A: In all actuality, it is wildlife of the four-legged variety that is more harmful to horses than those with wings. Opossums, the definitive host of Sarcocystic neurona, the causative agent of equine protozoal myelitis (EPM), a progressive neurodegenerative disease, are a real threat to your horse’s health. Other mammals such as skunks and raccoons (as well as opossums) can harbor rabies, an all-too scary thought for any barn. While it is true that bird droppings can and do carry some nasty pathogens, horses seem to be somewhat resistant to their effects. The most common pathogens encountered with bird droppings are fungal, and are usually found in soil containing bird feces, rather than fresh bird droppings. In an environment containing such fungal spores, they are usually stirred into the air and inhaled, causing nasal or sinus infections or a fungal pneumonia. Rarely does a university veterinary hospital come across an equine fungal pneumonia, meningitis or colitis; these are more commonly seen in dogs, owed mostly to the fact that the barn dogs are the ones running around, sticking their noses into dusty, dirty places while the horses are staying out of trouble in the pasture!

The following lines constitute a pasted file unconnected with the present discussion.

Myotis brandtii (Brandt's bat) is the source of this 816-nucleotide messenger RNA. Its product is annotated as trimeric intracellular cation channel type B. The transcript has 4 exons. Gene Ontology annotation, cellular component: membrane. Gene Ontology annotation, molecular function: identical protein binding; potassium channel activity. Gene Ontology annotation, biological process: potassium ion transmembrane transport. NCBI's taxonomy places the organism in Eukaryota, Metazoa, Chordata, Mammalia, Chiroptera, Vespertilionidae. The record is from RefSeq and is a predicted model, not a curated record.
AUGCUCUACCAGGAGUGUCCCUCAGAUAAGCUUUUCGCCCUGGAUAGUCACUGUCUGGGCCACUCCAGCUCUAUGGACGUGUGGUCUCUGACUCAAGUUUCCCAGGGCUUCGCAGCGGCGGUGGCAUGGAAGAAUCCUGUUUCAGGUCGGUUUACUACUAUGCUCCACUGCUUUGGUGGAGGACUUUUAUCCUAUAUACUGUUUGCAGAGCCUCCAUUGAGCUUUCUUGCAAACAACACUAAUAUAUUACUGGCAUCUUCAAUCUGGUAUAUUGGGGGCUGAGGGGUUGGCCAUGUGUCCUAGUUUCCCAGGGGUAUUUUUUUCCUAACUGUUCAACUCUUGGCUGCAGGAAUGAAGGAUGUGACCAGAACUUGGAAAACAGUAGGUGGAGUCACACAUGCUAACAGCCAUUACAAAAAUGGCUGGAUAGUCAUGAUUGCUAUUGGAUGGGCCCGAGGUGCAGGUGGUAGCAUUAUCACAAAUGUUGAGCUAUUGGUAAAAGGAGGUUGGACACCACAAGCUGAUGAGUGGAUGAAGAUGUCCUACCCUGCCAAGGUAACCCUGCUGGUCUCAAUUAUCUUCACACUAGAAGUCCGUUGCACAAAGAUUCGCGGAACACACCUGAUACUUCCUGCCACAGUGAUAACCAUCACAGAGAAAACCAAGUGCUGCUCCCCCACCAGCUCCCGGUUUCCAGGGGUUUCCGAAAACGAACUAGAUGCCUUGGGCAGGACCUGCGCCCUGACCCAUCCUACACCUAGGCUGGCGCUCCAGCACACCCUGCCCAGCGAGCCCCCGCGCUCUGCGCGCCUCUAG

The biggest concern about excessive bird droppings is merely general sanitation. Will your horse become deathly ill if he drinks from a bucket tainted with fresh bird droppings? Probably not. But no one wants to see bird feces in her horse’s clean water bucket. Or on the saddle you just polished. General barn upkeep, such as what you’re doing by keeping buckets clean, sweeping aisle ways, and ensuring feed bunks are bird and rat-proof are all things that lead to a generally healthier environment for your horse. Having said this, some barns, due to their design or location, seem to be havens for virtual flocks of birds such as barn swallows. If this is the case, they become a nuisance. There are numerous companies that make bird nets to place in the rafters of the barn to prevent roosting. You can also place some owl decoys around the barn. Additionally, I have had clients play recordings of bird distress calls on their speaker systems which, if you don’t mind listening to the noises, do a very good job deterring our feathered friends from hanging out in the barn. A few good barn cats may not hurt either.
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